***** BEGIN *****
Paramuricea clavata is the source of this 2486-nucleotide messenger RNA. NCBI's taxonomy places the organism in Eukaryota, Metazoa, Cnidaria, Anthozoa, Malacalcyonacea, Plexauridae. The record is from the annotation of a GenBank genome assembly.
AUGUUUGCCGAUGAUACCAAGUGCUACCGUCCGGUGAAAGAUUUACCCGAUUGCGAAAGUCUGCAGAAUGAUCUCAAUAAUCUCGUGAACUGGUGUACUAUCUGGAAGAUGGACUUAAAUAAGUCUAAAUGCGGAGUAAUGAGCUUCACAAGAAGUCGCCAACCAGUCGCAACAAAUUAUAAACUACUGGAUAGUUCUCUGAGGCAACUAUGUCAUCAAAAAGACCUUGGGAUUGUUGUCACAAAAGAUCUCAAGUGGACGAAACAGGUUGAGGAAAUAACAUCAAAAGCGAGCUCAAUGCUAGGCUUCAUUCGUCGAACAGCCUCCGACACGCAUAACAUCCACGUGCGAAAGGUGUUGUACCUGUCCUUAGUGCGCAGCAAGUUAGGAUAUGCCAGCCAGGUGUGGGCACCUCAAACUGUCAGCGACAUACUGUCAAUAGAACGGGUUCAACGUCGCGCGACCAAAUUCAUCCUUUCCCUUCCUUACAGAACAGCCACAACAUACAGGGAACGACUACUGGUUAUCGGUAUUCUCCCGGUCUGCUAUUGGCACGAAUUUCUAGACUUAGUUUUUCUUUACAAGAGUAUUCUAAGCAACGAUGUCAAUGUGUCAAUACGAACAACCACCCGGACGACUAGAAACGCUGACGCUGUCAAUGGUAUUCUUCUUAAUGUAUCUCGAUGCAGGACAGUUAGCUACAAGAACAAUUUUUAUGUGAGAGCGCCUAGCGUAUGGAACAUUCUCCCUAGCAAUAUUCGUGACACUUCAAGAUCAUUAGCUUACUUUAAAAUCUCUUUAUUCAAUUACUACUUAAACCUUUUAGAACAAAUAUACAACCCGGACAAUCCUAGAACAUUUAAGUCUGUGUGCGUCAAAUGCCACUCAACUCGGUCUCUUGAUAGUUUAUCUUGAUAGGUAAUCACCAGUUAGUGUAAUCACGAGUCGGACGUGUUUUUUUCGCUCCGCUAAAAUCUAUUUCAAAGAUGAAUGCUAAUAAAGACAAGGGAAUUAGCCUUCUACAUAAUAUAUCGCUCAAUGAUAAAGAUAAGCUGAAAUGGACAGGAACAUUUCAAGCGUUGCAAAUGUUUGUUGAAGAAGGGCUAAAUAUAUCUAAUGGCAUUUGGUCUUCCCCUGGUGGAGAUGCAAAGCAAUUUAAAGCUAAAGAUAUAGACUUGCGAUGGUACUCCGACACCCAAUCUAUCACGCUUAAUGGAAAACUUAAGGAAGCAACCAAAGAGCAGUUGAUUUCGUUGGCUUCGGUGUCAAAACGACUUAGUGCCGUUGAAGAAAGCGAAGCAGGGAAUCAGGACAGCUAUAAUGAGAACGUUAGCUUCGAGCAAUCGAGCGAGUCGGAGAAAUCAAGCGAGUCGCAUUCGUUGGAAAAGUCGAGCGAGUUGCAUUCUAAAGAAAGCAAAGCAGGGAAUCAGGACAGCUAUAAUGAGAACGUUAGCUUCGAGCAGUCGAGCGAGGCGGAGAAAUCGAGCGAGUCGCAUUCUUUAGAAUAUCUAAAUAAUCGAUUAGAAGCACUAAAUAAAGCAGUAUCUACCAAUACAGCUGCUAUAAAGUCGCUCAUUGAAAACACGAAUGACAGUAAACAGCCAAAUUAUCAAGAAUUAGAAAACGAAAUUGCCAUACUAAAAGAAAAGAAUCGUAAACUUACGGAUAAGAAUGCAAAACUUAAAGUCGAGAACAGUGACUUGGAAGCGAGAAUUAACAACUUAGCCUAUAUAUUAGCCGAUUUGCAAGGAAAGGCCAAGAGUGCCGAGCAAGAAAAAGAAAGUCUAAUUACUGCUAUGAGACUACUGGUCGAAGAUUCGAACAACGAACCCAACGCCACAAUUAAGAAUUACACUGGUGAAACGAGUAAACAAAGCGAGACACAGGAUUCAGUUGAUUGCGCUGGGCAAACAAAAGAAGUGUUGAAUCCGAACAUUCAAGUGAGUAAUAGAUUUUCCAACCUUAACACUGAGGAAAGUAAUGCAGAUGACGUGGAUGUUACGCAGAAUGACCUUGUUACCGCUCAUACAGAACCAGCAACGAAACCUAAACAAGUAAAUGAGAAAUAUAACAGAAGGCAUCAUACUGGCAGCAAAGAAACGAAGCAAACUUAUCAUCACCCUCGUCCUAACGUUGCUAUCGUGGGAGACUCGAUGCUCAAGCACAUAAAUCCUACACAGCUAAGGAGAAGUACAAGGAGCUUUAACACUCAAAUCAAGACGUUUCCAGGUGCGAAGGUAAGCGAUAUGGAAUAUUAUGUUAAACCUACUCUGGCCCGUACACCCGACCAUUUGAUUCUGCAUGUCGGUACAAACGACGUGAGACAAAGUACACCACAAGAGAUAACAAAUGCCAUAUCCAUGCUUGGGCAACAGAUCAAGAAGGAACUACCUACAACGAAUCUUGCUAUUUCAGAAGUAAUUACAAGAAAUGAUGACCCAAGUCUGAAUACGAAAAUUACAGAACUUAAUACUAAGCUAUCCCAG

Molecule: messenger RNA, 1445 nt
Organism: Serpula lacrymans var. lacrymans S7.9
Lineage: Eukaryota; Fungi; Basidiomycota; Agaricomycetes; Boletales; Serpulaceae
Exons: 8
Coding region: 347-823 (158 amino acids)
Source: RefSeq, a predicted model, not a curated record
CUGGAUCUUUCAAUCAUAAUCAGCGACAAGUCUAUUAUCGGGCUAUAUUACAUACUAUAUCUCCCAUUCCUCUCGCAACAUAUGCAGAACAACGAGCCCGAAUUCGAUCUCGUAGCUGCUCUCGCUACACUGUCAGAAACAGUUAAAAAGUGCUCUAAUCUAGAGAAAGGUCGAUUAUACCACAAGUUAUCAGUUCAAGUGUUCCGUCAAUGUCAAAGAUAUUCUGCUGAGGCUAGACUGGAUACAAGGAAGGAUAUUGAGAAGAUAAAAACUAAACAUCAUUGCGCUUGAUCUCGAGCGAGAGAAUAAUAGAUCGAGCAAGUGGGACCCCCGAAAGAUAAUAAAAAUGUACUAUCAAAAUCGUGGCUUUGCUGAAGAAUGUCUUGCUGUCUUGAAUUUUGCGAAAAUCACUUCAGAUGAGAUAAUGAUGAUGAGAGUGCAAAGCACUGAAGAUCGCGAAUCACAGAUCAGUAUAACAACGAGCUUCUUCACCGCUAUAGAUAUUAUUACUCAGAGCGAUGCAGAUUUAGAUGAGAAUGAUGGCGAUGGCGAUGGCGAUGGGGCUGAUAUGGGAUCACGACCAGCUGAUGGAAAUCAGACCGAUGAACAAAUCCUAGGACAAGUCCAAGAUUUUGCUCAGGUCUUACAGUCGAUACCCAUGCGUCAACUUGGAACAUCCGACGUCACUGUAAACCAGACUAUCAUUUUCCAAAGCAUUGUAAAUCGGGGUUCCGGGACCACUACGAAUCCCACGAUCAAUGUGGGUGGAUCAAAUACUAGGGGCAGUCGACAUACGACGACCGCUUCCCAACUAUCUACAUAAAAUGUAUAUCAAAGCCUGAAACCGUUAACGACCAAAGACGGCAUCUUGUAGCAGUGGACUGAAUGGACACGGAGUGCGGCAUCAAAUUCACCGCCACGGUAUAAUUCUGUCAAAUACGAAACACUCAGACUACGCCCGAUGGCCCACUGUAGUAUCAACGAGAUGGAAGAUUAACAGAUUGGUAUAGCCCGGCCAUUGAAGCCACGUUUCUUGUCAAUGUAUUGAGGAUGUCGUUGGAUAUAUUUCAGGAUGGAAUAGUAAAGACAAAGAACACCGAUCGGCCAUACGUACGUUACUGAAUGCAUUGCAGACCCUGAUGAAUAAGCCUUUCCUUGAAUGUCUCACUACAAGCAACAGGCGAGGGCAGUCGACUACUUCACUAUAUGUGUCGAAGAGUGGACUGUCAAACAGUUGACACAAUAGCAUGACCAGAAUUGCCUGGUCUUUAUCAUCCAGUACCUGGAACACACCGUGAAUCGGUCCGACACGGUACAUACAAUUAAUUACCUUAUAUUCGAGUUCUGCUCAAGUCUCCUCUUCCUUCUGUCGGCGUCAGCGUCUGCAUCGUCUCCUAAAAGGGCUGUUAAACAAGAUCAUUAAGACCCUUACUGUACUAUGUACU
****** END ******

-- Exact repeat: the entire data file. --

Paramuricea clavata is the source of this 2486-nucleotide messenger RNA. NCBI's taxonomy places the organism in Eukaryota, Metazoa, Cnidaria, Anthozoa, Malacalcyonacea, Plexauridae. The record is from the annotation of a GenBank genome assembly.
AUGUUUGCCGAUGAUACCAAGUGCUACCGUCCGGUGAAAGAUUUACCCGAUUGCGAAAGUCUGCAGAAUGAUCUCAAUAAUCUCGUGAACUGGUGUACUAUCUGGAAGAUGGACUUAAAUAAGUCUAAAUGCGGAGUAAUGAGCUUCACAAGAAGUCGCCAACCAGUCGCAACAAAUUAUAAACUACUGGAUAGUUCUCUGAGGCAACUAUGUCAUCAAAAAGACCUUGGGAUUGUUGUCACAAAAGAUCUCAAGUGGACGAAACAGGUUGAGGAAAUAACAUCAAAAGCGAGCUCAAUGCUAGGCUUCAUUCGUCGAACAGCCUCCGACACGCAUAACAUCCACGUGCGAAAGGUGUUGUACCUGUCCUUAGUGCGCAGCAAGUUAGGAUAUGCCAGCCAGGUGUGGGCACCUCAAACUGUCAGCGACAUACUGUCAAUAGAACGGGUUCAACGUCGCGCGACCAAAUUCAUCCUUUCCCUUCCUUACAGAACAGCCACAACAUACAGGGAACGACUACUGGUUAUCGGUAUUCUCCCGGUCUGCUAUUGGCACGAAUUUCUAGACUUAGUUUUUCUUUACAAGAGUAUUCUAAGCAACGAUGUCAAUGUGUCAAUACGAACAACCACCCGGACGACUAGAAACGCUGACGCUGUCAAUGGUAUUCUUCUUAAUGUAUCUCGAUGCAGGACAGUUAGCUACAAGAACAAUUUUUAUGUGAGAGCGCCUAGCGUAUGGAACAUUCUCCCUAGCAAUAUUCGUGACACUUCAAGAUCAUUAGCUUACUUUAAAAUCUCUUUAUUCAAUUACUACUUAAACCUUUUAGAACAAAUAUACAACCCGGACAAUCCUAGAACAUUUAAGUCUGUGUGCGUCAAAUGCCACUCAACUCGGUCUCUUGAUAGUUUAUCUUGAUAGGUAAUCACCAGUUAGUGUAAUCACGAGUCGGACGUGUUUUUUUCGCUCCGCUAAAAUCUAUUUCAAAGAUGAAUGCUAAUAAAGACAAGGGAAUUAGCCUUCUACAUAAUAUAUCGCUCAAUGAUAAAGAUAAGCUGAAAUGGACAGGAACAUUUCAAGCGUUGCAAAUGUUUGUUGAAGAAGGGCUAAAUAUAUCUAAUGGCAUUUGGUCUUCCCCUGGUGGAGAUGCAAAGCAAUUUAAAGCUAAAGAUAUAGACUUGCGAUGGUACUCCGACACCCAAUCUAUCACGCUUAAUGGAAAACUUAAGGAAGCAACCAAAGAGCAGUUGAUUUCGUUGGCUUCGGUGUCAAAACGACUUAGUGCCGUUGAAGAAAGCGAAGCAGGGAAUCAGGACAGCUAUAAUGAGAACGUUAGCUUCGAGCAAUCGAGCGAGUCGGAGAAAUCAAGCGAGUCGCAUUCGUUGGAAAAGUCGAGCGAGUUGCAUUCUAAAGAAAGCAAAGCAGGGAAUCAGGACAGCUAUAAUGAGAACGUUAGCUUCGAGCAGUCGAGCGAGGCGGAGAAAUCGAGCGAGUCGCAUUCUUUAGAAUAUCUAAAUAAUCGAUUAGAAGCACUAAAUAAAGCAGUAUCUACCAAUACAGCUGCUAUAAAGUCGCUCAUUGAAAACACGAAUGACAGUAAACAGCCAAAUUAUCAAGAAUUAGAAAACGAAAUUGCCAUACUAAAAGAAAAGAAUCGUAAACUUACGGAUAAGAAUGCAAAACUUAAAGUCGAGAACAGUGACUUGGAAGCGAGAAUUAACAACUUAGCCUAUAUAUUAGCCGAUUUGCAAGGAAAGGCCAAGAGUGCCGAGCAAGAAAAAGAAAGUCUAAUUACUGCUAUGAGACUACUGGUCGAAGAUUCGAACAACGAACCCAACGCCACAAUUAAGAAUUACACUGGUGAAACGAGUAAACAAAGCGAGACACAGGAUUCAGUUGAUUGCGCUGGGCAAACAAAAGAAGUGUUGAAUCCGAACAUUCAAGUGAGUAAUAGAUUUUCCAACCUUAACACUGAGGAAAGUAAUGCAGAUGACGUGGAUGUUACGCAGAAUGACCUUGUUACCGCUCAUACAGAACCAGCAACGAAACCUAAACAAGUAAAUGAGAAAUAUAACAGAAGGCAUCAUACUGGCAGCAAAGAAACGAAGCAAACUUAUCAUCACCCUCGUCCUAACGUUGCUAUCGUGGGAGACUCGAUGCUCAAGCACAUAAAUCCUACACAGCUAAGGAGAAGUACAAGGAGCUUUAACACUCAAAUCAAGACGUUUCCAGGUGCGAAGGUAAGCGAUAUGGAAUAUUAUGUUAAACCUACUCUGGCCCGUACACCCGACCAUUUGAUUCUGCAUGUCGGUACAAACGACGUGAGACAAAGUACACCACAAGAGAUAACAAAUGCCAUAUCCAUGCUUGGGCAACAGAUCAAGAAGGAACUACCUACAACGAAUCUUGCUAUUUCAGAAGUAAUUACAAGAAAUGAUGACCCAAGUCUGAAUACGAAAAUUACAGAACUUAAUACUAAGCUAUCCCAG

Molecule: messenger RNA, 1445 nt
Organism: Serpula lacrymans var. lacrymans S7.9
Lineage: Eukaryota; Fungi; Basidiomycota; Agaricomycetes; Boletales; Serpulaceae
Exons: 8
Coding region: 347-823 (158 amino acids)
Source: RefSeq, a predicted model, not a curated record
CUGGAUCUUUCAAUCAUAAUCAGCGACAAGUCUAUUAUCGGGCUAUAUUACAUACUAUAUCUCCCAUUCCUCUCGCAACAUAUGCAGAACAACGAGCCCGAAUUCGAUCUCGUAGCUGCUCUCGCUACACUGUCAGAAACAGUUAAAAAGUGCUCUAAUCUAGAGAAAGGUCGAUUAUACCACAAGUUAUCAGUUCAAGUGUUCCGUCAAUGUCAAAGAUAUUCUGCUGAGGCUAGACUGGAUACAAGGAAGGAUAUUGAGAAGAUAAAAACUAAACAUCAUUGCGCUUGAUCUCGAGCGAGAGAAUAAUAGAUCGAGCAAGUGGGACCCCCGAAAGAUAAUAAAAAUGUACUAUCAAAAUCGUGGCUUUGCUGAAGAAUGUCUUGCUGUCUUGAAUUUUGCGAAAAUCACUUCAGAUGAGAUAAUGAUGAUGAGAGUGCAAAGCACUGAAGAUCGCGAAUCACAGAUCAGUAUAACAACGAGCUUCUUCACCGCUAUAGAUAUUAUUACUCAGAGCGAUGCAGAUUUAGAUGAGAAUGAUGGCGAUGGCGAUGGCGAUGGGGCUGAUAUGGGAUCACGACCAGCUGAUGGAAAUCAGACCGAUGAACAAAUCCUAGGACAAGUCCAAGAUUUUGCUCAGGUCUUACAGUCGAUACCCAUGCGUCAACUUGGAACAUCCGACGUCACUGUAAACCAGACUAUCAUUUUCCAAAGCAUUGUAAAUCGGGGUUCCGGGACCACUACGAAUCCCACGAUCAAUGUGGGUGGAUCAAAUACUAGGGGCAGUCGACAUACGACGACCGCUUCCCAACUAUCUACAUAAAAUGUAUAUCAAAGCCUGAAACCGUUAACGACCAAAGACGGCAUCUUGUAGCAGUGGACUGAAUGGACACGGAGUGCGGCAUCAAAUUCACCGCCACGGUAUAAUUCUGUCAAAUACGAAACACUCAGACUACGCCCGAUGGCCCACUGUAGUAUCAACGAGAUGGAAGAUUAACAGAUUGGUAUAGCCCGGCCAUUGAAGCCACGUUUCUUGUCAAUGUAUUGAGGAUGUCGUUGGAUAUAUUUCAGGAUGGAAUAGUAAAGACAAAGAACACCGAUCGGCCAUACGUACGUUACUGAAUGCAUUGCAGACCCUGAUGAAUAAGCCUUUCCUUGAAUGUCUCACUACAAGCAACAGGCGAGGGCAGUCGACUACUUCACUAUAUGUGUCGAAGAGUGGACUGUCAAACAGUUGACACAAUAGCAUGACCAGAAUUGCCUGGUCUUUAUCAUCCAGUACCUGGAACACACCGUGAAUCGGUCCGACACGGUACAUACAAUUAAUUACCUUAUAUUCGAGUUCUGCUCAAGUCUCCUCUUCCUUCUGUCGGCGUCAGCGUCUGCAUCGUCUCCUAAAAGGGCUGUUAAACAAGAUCAUUAAGACCCUUACUGUACUAUGUACU